There are many traditional Mother's Day flowers depending on where in the world you look. The British tradition of “Mothering Sunday” started in the sixteenth century and provided an opportunity for families who had moved away to return to the original church they attended. It was a celebration revived at the turn of the last century by Constance Smith who was inspired in 1913 by reading a newspaper report of Anna Jarvis’s campaign for an official Mother's Day in America. Coming from religious origins the traditional flower for Mothering Sunday is the Daffodil which signifies deep regard.
In Japan, Carnations, symbolising sweetness and endurance of motherhood, are used to celebrate 母の日 haha no hi, which is a version of Mother’s Day introduced after World War 2. The tradition gained popularity as a way to provide mothers who had lost their sons to the war to grieve and be comforted. Originally, children gave a red carnation to a living mother and displayed a white one if their mother had died. Now, white has become the traditional gift.
Marigolds are used for celebrations in many Indian festivals including Durga Puja, a 10-day festival to honour mothers that dates back to the sixteenth century and is considered both a religious ceremony and a time for family reunions. Marigolds or "Mary's gold" are believed to symbolise gold, wealth, sun and rich offerings in many cultures.
We have already blogged about climate change and flooding in December, but the subject just won’t go away. We have been really keen to get out and start the late winter preparations for a new growing season but it’s just been impossible – the ground is far too wet. Here in the Cotswolds we’ve not been severely flooded but we have had lots and lots of rain. Apparently, the UK has had 152% of average rainfall this last month, making it the fourth wettest January since 1910.
Lots of gardeners have been struggling with floods across the country, from George Clooney’s garden on the banks of the Thames in Berkshire, to the flood ravaged Plas Cadnant Hidden Gardens, near Menai Bridge, on Anglesey North Wales, and the Prince of Wales’ own Birkhall gardens in Aberdeenshire. When the news coverage dies down, when the immediate work of dealing with hard hit homes is underway, it’s only later that the devastation to gardens is considered. It’s not something to take too lightly, gardeners spend many years of hard work and love developing their gardens, so the loss of cherished plants, shrubs and trees can be an emotional blow.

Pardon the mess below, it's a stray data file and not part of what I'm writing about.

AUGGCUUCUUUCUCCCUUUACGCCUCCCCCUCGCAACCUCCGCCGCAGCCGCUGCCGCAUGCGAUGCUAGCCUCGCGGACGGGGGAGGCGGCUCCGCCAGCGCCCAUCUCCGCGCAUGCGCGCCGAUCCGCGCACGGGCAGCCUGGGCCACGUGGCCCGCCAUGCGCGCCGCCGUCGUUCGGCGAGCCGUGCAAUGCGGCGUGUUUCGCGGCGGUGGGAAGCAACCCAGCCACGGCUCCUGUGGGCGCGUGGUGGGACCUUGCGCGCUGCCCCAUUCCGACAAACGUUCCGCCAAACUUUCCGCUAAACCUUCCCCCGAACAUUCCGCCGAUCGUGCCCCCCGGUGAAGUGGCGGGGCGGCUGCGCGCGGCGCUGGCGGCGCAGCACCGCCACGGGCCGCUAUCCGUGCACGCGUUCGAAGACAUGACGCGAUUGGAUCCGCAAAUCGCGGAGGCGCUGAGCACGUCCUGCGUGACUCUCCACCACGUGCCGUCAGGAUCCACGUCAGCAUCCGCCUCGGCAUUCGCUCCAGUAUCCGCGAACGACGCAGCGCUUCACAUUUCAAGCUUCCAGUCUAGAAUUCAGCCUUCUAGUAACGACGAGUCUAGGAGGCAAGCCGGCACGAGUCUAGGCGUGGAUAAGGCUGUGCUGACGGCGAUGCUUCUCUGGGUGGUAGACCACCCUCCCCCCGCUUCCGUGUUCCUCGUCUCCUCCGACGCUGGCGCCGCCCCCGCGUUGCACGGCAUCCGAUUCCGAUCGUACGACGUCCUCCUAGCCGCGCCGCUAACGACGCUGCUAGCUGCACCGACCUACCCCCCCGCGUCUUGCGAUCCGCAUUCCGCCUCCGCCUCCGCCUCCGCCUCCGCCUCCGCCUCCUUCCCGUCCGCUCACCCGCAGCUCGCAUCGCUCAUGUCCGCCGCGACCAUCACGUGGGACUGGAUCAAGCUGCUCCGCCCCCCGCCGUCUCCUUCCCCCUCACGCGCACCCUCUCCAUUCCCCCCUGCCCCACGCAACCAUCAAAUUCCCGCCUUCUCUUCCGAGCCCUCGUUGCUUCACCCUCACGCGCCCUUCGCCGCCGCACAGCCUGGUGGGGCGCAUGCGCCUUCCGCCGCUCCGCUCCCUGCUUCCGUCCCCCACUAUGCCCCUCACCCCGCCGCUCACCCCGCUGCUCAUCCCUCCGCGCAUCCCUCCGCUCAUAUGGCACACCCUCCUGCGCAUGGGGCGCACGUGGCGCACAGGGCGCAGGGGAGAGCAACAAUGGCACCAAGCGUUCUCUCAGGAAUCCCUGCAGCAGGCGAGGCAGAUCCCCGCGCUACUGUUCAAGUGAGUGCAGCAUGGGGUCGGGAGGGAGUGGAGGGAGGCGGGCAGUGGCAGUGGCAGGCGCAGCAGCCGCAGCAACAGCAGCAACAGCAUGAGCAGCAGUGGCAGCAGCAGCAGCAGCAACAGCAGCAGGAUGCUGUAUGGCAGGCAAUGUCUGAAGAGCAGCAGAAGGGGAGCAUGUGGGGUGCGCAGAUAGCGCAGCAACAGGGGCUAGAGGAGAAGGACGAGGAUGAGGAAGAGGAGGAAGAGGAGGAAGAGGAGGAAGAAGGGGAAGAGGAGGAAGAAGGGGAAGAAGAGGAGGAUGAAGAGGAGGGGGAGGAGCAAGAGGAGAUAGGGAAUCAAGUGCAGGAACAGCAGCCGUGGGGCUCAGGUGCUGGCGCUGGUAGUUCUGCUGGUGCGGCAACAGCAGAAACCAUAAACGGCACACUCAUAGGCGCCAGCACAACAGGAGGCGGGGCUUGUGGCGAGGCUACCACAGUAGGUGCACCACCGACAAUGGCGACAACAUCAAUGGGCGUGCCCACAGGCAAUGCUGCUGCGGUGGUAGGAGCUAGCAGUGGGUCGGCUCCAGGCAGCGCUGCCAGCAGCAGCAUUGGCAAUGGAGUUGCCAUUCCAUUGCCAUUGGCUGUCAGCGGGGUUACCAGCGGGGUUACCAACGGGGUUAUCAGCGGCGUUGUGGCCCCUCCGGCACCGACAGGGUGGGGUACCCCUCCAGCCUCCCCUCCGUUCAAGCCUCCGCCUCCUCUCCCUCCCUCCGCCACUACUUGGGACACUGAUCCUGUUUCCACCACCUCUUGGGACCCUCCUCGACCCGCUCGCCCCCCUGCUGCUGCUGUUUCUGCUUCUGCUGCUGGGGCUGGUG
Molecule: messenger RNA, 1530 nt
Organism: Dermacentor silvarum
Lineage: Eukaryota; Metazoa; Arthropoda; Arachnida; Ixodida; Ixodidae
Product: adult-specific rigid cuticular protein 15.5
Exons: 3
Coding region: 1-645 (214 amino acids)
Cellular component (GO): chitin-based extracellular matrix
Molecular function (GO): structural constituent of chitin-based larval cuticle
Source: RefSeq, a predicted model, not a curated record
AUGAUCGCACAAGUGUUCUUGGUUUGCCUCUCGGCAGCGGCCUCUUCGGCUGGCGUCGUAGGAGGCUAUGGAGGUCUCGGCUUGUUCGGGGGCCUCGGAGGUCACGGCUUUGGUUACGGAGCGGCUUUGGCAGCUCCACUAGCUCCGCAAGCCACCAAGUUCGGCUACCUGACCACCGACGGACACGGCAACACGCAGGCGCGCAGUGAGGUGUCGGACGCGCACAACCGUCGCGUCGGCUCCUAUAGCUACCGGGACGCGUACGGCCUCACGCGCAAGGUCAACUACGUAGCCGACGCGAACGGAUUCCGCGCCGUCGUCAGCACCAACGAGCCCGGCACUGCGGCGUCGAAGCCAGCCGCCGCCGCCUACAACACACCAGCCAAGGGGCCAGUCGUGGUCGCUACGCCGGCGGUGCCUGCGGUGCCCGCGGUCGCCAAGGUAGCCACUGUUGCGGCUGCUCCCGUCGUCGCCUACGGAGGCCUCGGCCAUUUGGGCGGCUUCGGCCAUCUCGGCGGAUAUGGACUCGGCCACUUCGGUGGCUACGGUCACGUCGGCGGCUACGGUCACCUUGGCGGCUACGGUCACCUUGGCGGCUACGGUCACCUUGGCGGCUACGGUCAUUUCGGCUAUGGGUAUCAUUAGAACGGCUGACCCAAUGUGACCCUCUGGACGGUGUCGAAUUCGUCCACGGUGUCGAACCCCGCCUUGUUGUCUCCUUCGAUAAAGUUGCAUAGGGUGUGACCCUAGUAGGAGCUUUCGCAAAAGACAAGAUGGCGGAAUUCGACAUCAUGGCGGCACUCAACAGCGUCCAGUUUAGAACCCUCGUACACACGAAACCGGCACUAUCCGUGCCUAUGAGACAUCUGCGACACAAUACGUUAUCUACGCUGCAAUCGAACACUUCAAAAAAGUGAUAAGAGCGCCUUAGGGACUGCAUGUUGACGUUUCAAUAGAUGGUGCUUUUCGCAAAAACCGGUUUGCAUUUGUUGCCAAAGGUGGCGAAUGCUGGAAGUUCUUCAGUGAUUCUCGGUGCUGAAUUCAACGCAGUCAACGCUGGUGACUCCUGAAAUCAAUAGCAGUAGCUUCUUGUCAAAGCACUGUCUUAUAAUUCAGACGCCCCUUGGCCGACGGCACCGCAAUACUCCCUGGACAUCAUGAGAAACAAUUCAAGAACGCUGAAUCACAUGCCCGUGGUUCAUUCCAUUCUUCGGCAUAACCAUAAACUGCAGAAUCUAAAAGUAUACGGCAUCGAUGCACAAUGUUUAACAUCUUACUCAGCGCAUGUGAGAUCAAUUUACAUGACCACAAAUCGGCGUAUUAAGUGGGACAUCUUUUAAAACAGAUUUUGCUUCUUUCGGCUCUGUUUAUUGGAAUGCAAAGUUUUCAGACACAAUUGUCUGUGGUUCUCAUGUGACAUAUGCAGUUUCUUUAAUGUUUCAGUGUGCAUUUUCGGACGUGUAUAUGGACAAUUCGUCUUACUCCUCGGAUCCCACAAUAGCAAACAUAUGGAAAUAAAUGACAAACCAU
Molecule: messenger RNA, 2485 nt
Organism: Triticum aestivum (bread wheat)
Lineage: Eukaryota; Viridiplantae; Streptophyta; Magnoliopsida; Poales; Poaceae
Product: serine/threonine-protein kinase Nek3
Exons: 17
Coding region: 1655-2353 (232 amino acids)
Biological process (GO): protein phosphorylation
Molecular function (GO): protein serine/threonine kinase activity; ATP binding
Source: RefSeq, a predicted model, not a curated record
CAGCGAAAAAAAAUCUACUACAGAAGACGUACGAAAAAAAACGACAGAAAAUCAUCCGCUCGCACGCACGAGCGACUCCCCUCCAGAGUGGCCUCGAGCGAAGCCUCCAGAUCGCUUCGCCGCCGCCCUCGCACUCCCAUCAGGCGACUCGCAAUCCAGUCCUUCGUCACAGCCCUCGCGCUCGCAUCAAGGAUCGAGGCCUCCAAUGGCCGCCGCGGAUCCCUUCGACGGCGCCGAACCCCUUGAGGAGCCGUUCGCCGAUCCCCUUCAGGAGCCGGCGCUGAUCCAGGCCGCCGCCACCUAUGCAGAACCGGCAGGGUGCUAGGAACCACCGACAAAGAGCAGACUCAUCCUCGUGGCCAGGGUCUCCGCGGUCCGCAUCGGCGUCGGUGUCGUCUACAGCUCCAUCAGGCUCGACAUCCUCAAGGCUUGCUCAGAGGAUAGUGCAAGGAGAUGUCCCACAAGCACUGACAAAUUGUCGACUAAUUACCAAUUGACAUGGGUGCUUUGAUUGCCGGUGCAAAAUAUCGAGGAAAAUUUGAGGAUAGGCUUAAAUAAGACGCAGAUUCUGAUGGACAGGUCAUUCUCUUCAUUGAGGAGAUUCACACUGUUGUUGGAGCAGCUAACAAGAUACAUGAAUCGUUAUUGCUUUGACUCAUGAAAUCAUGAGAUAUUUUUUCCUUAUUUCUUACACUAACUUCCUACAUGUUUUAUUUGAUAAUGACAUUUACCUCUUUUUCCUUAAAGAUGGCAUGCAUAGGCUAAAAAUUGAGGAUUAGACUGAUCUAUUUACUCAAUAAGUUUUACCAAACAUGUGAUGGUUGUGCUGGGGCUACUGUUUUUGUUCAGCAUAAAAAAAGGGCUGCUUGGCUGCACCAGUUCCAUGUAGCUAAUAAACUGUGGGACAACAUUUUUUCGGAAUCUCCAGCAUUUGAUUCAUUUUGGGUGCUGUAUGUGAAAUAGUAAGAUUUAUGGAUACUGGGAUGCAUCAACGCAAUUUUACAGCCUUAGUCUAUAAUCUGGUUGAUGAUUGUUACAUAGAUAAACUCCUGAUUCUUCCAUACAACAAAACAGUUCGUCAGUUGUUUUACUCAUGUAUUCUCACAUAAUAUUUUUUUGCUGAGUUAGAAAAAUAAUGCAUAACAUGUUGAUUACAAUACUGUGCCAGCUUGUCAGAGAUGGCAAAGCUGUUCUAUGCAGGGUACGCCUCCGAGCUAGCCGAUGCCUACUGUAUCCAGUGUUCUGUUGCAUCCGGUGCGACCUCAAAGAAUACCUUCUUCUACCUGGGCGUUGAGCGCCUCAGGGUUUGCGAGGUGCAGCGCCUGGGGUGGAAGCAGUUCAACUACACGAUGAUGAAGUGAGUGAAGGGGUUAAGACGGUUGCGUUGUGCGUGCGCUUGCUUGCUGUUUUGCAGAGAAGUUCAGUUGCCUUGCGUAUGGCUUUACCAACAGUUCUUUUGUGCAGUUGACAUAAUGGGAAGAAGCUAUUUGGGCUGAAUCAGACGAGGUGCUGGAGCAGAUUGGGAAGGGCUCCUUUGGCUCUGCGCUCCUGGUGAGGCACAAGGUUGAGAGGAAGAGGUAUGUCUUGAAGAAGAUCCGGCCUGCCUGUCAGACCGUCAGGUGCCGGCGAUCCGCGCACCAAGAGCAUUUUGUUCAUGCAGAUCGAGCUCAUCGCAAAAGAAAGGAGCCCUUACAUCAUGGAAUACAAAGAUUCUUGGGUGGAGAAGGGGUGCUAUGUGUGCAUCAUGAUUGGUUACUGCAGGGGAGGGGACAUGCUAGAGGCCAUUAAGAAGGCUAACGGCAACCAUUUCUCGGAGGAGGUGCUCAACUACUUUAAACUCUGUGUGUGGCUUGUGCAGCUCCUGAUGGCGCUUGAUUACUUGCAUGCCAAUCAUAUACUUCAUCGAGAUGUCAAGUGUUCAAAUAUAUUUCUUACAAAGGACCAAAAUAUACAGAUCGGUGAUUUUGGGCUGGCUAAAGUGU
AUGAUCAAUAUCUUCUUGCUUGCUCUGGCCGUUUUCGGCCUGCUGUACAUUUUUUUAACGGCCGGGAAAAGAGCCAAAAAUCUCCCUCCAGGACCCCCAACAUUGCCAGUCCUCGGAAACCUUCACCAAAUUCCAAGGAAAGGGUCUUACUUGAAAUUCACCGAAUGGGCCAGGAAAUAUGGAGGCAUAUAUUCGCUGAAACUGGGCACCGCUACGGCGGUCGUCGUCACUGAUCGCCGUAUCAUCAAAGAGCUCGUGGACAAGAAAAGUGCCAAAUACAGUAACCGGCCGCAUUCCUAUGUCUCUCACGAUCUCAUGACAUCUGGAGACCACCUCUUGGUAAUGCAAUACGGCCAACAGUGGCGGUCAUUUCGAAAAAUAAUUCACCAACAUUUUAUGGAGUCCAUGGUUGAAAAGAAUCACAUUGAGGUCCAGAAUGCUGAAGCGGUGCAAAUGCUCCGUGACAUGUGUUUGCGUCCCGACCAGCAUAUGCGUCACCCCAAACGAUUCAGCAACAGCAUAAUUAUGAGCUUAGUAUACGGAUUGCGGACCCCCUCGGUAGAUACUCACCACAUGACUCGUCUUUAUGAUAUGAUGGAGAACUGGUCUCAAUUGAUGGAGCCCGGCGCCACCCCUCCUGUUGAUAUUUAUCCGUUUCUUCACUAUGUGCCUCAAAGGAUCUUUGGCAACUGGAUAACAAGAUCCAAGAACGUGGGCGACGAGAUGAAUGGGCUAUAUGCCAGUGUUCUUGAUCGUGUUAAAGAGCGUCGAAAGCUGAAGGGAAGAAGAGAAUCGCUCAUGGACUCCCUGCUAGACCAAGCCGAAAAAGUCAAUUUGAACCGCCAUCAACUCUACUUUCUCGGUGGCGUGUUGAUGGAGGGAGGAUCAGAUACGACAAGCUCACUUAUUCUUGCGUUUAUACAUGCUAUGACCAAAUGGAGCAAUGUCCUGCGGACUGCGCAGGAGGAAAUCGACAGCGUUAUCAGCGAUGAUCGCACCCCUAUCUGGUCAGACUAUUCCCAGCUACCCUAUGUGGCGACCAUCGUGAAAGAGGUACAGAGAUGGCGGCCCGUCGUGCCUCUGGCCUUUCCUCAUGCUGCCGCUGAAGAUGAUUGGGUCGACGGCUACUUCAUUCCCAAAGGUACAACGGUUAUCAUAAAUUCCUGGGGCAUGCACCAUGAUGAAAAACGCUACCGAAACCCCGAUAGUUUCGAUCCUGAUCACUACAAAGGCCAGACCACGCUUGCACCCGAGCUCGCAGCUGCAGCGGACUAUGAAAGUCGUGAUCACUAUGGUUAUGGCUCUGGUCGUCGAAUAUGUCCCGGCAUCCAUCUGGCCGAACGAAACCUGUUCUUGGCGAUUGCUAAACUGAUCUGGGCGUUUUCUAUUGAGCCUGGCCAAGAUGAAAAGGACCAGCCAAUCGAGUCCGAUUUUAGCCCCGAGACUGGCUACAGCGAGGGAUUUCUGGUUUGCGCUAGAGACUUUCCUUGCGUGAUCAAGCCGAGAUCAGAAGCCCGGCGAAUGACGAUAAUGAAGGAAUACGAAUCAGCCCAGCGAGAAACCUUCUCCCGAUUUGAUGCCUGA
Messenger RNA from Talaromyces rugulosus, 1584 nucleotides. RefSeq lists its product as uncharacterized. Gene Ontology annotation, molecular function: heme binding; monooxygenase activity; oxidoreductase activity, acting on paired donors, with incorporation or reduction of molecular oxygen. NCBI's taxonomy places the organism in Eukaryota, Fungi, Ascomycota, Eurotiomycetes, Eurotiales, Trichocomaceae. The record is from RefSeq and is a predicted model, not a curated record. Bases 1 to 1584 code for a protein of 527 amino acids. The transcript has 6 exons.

Recognising this, the Royal Horticultural Society has today announced that for the first time it will formally recognise the efforts of flood-affected communities with a new Britain in Bloom Award for overcoming adversity. As their website says about the Award: "It will celebrate the resilience of those who work to bring flood-hit community spaces back to life, as well as recognising the impact and challenges that communities potentially face." Judging will take place in August.
For those of us dealing with wet and waterlogged soil, we can’t hurry the natural pace of drying. If the soil stays wet for a long time it can lead to shallow rooting and fungal diseases that kill roots altogether. There are some things we can do to improve the resilience of our gardens to flooding and waterlogging in future, such as planting extra trees, more mulching with compost to aerate soil and keep it in good heart, spiking and top dressing lawns, double digging once the soil dries out, keeping the soil covered during winter using green manures, but it all requires effort and patience. Unfortunately, this kind of extreme weather is probably the new normal and gardeners will need to find ways of adapting their gardening techniques.